Objectives Violence is a major public health problem in the USA. In 2016, more than 1.6 million assault-related injuries were treated in US emergency departments (EDs). Unfortunately, information about the magnitude and patterns of violent incidents is often incomplete and underreported to law enforcement (LE). In an effort to identify more complete information on violence for the development of prevention programme, a cross-sectoral Cardiff Violence Prevention Programme (Cardiff Model) partnership was established at a large, urban ED with a level I trauma designation and local metropolitan LE agency in the Atlanta, Georgia metropolitan area. The Cardiff Model is a promising violence prevention approach that promotes combining injury data from hospitals and LE. The objective was to describe the Cardiff Model implementation and collaboration between hospital and LE partners.
Methods The Cardiff Model was replicated in the USA. A process evaluation was conducted by reviewing project materials, nurse surveys and interviews and ED–LE records.
Results Cardiff Model replication centred around four activities: (1) collaboration between the hospital and LE to form a community safety partnership locally called the US Injury Prevention Partnership; (2) building hospital capacity for data collection; (3) data aggregation and analysis and (4) developing and implementing violence prevention interventions based on the data.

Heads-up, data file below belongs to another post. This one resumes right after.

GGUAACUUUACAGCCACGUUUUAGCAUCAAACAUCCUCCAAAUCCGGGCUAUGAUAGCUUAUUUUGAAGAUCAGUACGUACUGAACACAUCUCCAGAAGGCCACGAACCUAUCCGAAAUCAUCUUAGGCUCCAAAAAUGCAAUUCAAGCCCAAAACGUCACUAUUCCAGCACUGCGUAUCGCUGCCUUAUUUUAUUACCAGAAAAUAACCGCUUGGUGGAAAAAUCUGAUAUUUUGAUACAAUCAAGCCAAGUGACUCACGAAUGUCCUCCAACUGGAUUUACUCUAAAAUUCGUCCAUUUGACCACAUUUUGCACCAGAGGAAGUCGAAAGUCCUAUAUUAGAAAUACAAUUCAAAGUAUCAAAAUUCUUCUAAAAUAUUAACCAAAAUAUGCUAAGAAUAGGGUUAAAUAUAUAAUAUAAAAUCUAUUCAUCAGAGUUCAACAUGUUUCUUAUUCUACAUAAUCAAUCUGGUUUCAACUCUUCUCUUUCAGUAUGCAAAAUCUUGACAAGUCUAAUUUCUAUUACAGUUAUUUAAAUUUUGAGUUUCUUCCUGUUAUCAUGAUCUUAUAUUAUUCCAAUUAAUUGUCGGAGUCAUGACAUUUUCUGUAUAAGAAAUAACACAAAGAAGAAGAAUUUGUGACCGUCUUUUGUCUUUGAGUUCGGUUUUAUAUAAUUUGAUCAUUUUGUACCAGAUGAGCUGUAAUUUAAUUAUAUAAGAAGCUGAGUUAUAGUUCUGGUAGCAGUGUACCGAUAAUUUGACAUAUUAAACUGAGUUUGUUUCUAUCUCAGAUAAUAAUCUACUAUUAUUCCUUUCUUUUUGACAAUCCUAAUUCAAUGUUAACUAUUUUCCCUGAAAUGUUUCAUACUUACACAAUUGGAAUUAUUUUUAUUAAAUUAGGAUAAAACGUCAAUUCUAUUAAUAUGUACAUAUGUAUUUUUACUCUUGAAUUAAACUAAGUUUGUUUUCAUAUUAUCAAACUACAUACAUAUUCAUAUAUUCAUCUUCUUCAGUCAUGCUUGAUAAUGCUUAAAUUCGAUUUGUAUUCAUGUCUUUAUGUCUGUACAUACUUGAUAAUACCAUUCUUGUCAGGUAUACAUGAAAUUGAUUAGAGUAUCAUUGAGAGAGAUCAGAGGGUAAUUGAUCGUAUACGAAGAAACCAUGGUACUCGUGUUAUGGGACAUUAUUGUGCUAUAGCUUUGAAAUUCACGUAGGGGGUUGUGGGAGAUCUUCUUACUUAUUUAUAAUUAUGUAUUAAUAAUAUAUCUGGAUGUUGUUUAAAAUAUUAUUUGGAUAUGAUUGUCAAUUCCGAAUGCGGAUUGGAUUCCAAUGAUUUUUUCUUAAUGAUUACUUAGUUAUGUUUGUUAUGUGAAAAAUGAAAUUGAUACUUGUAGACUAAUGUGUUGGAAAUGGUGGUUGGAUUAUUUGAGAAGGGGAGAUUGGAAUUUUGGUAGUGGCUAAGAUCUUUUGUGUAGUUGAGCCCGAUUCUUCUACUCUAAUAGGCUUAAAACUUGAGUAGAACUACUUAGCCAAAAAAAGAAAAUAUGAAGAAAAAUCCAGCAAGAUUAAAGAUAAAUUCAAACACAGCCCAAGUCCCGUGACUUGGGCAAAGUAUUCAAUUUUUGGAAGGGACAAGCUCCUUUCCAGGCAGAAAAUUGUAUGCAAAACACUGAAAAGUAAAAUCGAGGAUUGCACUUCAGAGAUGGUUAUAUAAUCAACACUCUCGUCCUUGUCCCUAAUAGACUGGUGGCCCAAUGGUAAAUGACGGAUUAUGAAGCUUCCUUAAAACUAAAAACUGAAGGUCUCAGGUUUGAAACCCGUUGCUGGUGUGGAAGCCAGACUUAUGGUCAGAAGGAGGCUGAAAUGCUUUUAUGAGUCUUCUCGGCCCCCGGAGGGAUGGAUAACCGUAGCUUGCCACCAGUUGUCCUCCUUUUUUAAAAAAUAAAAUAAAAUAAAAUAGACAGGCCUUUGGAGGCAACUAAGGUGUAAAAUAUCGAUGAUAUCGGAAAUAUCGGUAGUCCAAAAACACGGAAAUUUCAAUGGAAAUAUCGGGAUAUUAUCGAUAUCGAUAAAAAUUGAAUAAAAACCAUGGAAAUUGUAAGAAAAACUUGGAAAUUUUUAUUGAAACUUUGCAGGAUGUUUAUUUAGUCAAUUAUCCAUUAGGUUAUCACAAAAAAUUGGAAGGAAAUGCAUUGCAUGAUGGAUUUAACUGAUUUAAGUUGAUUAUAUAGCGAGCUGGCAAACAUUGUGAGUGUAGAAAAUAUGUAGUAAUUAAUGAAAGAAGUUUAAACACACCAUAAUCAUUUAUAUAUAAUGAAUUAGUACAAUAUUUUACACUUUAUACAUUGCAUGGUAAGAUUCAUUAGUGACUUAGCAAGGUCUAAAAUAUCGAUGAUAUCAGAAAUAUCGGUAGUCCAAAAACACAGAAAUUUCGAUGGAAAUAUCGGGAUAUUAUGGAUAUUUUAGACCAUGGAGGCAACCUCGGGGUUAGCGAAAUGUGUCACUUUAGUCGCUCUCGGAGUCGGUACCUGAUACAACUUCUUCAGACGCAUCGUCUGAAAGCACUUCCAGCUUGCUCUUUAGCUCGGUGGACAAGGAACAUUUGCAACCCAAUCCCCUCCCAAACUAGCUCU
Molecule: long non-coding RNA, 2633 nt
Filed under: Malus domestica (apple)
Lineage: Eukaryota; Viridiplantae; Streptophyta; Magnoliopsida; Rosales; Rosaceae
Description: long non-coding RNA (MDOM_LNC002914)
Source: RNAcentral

Conclusions The Cardiff Model can be implemented in the USA for sustainable violent injury data surveillance and sharing. Key components include building a strong ED–LE partnership, communicating with each other and hospital staff, engaging in capacity building and sustainability planning.
- Cardiff Model
- violence prevention
- cross-sectoral partnership
- hospital emergency department
- law enforcement
- data sharing
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Contributors All authors contributed to drafting the work and/or revising it critically for important intellectual content. All authors provided final approval of the version published. All authors agreed to be accountable for all aspects of the work in ensuring that questions related to the accuracy or integrity of any part of the work are appropriately investigated and resolved.
Funding Support for this research was provided by the Piloting the Cardiff Model for Violence Prevention Programme, a joint project of the CDC Foundation and the Robert Wood Johnson Foundation, in collaboration with the Centers for Disease Control and Prevention and the University of Pennsylvania.
Disclaimer The findings and conclusions in this report are those of the authors anddo not necessarily represent the official position of the Centers for DiseaseControl and Prevention.
Competing interests None declared.
Patient consent for publication Not required.
Provenance and peer review Not commissioned; externally peer reviewed.